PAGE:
Study finds that people who read ‘Harry Potter’ are more accepting of minorities

August 8, 2014 by Brittany Moseley

Study finds that people who read ‘Harry Potter’ are more accepting of minorities

As if defeating Lord Voldemort and saving the entire wizarding community wasn't enough, Harry Potter now has something else to add to his impressive resume: helping combat bigotry. According to a study published in the Journal of Applied Social Psychology, young people who read the Harry Potter series had a better perception of stigmatized minorities like immigrants, homosexuals or refugees.

According to the report's abstract, "Recent research shows that extended contact via story reading is a powerful strategy to improve out-group attitudes. We conducted three studies to test whether extended contact through reading the popular best-selling books of Harry Potter improves attitudes toward stigmatized groups (immigrants, homosexuals, refugees). Results from one experimental intervention with elementary school children and from two cross-sectional studies with high school and university students (in Italy and United Kingdom) supported our main hypothesis. Identification with the main character (i.e., Harry Potter) and disidentification from the negative character (i.e., Voldemort) moderated the effect. Perspective taking emerged as the process allowing attitude improvement. Theoretical and practical implications of the findings are discussed in the context of extended intergroup contact and social cognitive theory."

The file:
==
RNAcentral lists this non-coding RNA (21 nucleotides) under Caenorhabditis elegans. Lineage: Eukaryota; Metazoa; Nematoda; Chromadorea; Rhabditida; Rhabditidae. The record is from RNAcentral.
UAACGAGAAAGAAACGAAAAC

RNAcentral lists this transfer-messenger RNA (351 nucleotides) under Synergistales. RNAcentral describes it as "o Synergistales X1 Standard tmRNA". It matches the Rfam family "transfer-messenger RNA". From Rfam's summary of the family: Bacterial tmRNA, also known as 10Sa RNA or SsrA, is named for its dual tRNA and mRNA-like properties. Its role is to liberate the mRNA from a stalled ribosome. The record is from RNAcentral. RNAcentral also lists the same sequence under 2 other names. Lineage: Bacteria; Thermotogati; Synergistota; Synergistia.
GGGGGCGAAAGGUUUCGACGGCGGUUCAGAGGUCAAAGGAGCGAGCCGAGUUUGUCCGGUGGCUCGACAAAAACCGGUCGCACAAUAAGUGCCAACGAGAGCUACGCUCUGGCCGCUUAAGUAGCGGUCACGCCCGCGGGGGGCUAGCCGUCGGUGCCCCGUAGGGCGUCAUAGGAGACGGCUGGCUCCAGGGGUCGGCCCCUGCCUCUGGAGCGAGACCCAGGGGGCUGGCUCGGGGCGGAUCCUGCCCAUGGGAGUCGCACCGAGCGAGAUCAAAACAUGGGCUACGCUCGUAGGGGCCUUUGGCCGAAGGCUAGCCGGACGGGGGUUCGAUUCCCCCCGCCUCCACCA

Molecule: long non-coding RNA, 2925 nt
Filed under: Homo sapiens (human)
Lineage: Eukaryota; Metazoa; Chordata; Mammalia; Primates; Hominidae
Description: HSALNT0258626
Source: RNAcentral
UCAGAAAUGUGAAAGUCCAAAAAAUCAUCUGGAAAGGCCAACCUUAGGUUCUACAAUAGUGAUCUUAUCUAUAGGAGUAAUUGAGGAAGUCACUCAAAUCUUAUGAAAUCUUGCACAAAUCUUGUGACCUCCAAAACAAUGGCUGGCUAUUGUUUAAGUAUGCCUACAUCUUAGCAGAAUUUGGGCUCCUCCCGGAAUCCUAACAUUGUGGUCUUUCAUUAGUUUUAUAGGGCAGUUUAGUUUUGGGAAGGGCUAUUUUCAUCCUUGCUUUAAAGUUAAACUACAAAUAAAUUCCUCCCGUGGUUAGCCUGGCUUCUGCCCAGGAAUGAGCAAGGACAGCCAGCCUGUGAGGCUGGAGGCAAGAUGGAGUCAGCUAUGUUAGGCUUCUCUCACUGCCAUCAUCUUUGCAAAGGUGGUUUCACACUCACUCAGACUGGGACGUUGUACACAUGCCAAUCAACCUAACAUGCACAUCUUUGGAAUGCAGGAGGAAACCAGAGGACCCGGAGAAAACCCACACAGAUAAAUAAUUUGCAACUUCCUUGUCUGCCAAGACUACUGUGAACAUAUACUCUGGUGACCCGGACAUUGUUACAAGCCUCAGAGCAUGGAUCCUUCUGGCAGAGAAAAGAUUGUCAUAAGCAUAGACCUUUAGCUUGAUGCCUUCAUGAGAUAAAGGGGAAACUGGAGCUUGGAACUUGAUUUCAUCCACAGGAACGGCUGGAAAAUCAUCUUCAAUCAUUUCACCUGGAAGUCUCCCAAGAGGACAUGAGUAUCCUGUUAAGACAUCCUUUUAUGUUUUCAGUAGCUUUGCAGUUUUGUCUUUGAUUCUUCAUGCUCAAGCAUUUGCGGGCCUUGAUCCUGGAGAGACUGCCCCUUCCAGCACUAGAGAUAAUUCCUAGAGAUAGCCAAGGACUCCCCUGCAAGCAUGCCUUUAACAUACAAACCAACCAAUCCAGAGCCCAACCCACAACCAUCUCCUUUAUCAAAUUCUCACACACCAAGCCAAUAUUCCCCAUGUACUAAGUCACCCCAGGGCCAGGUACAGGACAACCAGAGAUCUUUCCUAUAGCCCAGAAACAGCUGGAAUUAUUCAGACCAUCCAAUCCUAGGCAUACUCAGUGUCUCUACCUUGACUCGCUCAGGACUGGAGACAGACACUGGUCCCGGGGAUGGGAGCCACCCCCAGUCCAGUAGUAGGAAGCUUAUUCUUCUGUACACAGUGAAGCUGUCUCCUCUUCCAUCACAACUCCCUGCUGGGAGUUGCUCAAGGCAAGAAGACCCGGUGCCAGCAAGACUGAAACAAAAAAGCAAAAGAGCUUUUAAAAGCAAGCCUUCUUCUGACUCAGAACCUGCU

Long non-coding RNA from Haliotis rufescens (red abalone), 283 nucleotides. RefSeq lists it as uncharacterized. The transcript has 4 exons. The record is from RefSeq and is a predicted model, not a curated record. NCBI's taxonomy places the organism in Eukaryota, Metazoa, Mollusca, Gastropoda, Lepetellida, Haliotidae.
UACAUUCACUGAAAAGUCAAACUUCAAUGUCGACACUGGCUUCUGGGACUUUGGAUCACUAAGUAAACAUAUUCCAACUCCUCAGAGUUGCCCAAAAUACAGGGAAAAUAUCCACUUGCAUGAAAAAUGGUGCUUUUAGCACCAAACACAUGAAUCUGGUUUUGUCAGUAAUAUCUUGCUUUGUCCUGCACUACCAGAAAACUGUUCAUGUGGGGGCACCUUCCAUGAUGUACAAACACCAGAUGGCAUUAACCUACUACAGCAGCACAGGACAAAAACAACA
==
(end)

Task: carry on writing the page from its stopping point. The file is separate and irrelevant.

In the article, Harry Potter and the Battle Against Bigotry, science magazine the Pacific Standard broke down each of the report's three studies, noting, "Bigotry, the researchers note, is a continuing theme in the series of phenomenally popular young-adult novels. Voldemort, who represents pure evil, makes arguments that have 'rather obvious' parallels with Nazism, they write, noting that he believes all power should reside in 'pure-blood' witches and wizards, as opposed to those born of one magical parent and one non-magical 'muggle.' In addition, Harry and his friends interact with various sub-human species such as elves and goblins, who regularly complain about being forced into subservient roles, not unlike blacks in apartheid South Africa. Harry 'tries to understand them and appreciate their difficulties,' the researchers write."

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